The Wing Commander Confederation Handbook, by Chris McCubbin, is essentially the 'manual' for the movie. It expands everything mentioned in the shooting script (it was written before the final cut that removed the traitor and scenes like the one quoted above) and it goes into a LOT of detail about the Iason. Unfortunately, it's a new version of the story moved forward in time to 'allow' for a Pilgrim War to take place and for Paladin's character to be younger. The new Iason story and the explanation of Paladin's connection is given several pages (since the movie's intro was not done or scripted when this was written, it does not include "Sparrow.")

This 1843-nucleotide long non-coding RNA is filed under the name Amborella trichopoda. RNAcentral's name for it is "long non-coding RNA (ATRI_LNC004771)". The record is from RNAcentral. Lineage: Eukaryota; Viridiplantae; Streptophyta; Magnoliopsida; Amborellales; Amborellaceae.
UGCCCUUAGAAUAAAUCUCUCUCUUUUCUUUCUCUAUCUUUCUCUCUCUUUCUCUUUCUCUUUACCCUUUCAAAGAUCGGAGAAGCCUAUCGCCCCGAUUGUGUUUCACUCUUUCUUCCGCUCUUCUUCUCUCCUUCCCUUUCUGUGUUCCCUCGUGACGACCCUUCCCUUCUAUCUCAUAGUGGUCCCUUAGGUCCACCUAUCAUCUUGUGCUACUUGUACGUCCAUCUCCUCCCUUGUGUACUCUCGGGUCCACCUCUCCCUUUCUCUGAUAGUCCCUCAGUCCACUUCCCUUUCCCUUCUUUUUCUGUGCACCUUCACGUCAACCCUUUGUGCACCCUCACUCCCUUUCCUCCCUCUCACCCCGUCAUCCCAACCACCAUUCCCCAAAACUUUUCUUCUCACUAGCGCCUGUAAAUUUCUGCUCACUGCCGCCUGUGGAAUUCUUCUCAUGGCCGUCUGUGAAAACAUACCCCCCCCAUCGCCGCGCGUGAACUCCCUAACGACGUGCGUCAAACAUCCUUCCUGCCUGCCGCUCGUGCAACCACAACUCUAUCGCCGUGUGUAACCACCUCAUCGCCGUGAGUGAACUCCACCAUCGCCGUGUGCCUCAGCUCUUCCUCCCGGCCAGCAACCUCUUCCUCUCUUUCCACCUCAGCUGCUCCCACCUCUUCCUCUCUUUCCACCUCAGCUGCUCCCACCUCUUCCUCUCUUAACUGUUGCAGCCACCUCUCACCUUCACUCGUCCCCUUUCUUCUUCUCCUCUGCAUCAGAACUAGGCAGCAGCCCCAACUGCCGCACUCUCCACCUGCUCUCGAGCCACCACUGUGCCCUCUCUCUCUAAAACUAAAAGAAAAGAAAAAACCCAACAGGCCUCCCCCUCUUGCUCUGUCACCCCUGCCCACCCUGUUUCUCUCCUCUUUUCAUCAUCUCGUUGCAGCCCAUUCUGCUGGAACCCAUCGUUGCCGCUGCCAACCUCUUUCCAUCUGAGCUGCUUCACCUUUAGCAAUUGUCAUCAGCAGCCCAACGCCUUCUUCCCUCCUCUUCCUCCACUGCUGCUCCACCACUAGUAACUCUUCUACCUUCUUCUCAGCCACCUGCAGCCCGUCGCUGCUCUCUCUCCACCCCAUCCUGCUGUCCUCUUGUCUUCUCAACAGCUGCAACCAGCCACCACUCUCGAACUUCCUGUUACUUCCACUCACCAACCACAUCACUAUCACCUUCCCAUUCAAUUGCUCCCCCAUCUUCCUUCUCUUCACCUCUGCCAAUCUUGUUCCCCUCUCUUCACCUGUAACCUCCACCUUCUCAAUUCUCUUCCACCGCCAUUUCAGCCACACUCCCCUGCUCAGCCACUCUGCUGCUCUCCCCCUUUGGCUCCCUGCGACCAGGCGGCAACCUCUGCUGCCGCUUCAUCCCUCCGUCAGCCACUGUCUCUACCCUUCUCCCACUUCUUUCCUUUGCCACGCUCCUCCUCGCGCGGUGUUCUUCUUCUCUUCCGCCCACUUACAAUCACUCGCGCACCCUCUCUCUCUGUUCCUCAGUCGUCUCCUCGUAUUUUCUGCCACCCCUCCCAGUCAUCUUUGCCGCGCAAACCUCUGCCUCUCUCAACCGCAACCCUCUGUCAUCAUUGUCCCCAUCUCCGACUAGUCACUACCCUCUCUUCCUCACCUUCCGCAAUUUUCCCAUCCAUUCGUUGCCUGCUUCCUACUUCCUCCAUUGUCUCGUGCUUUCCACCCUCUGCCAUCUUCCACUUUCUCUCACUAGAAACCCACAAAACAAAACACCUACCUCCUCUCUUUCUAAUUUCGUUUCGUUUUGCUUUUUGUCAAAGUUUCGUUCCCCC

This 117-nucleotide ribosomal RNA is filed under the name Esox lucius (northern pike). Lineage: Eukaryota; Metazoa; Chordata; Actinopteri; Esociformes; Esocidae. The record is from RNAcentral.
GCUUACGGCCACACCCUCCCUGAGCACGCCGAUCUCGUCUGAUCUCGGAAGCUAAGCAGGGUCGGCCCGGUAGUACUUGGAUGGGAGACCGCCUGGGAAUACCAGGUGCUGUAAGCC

Is it possible for both stories to co-exist? Yes, but it's a stretch. The story printed above notes that the Iason was refitted in 2633 for a different role... you could claim that the ship was scrapped by the Kilrathi, recovered and repaired and that the incident mentioned by Paladin in the novel and detailed in the book is simply it's ultimate destruction at the hands of a then-known enemy years later. Easy, right?

All of that said: did we really first encounter the Kilrathi in 2629? The answer is... no. Wing Commander: Action Stations (now available as an ebook) details a series of 'unofficial' contacts between border worlds and the Kilrathi. This isn't a continuity error, though: the book has Landreich President Blucher note that "... we knew about the Cats a full year before any of your official histories will ever acknowledge it." That would be 2628... but there's an even earlier connection!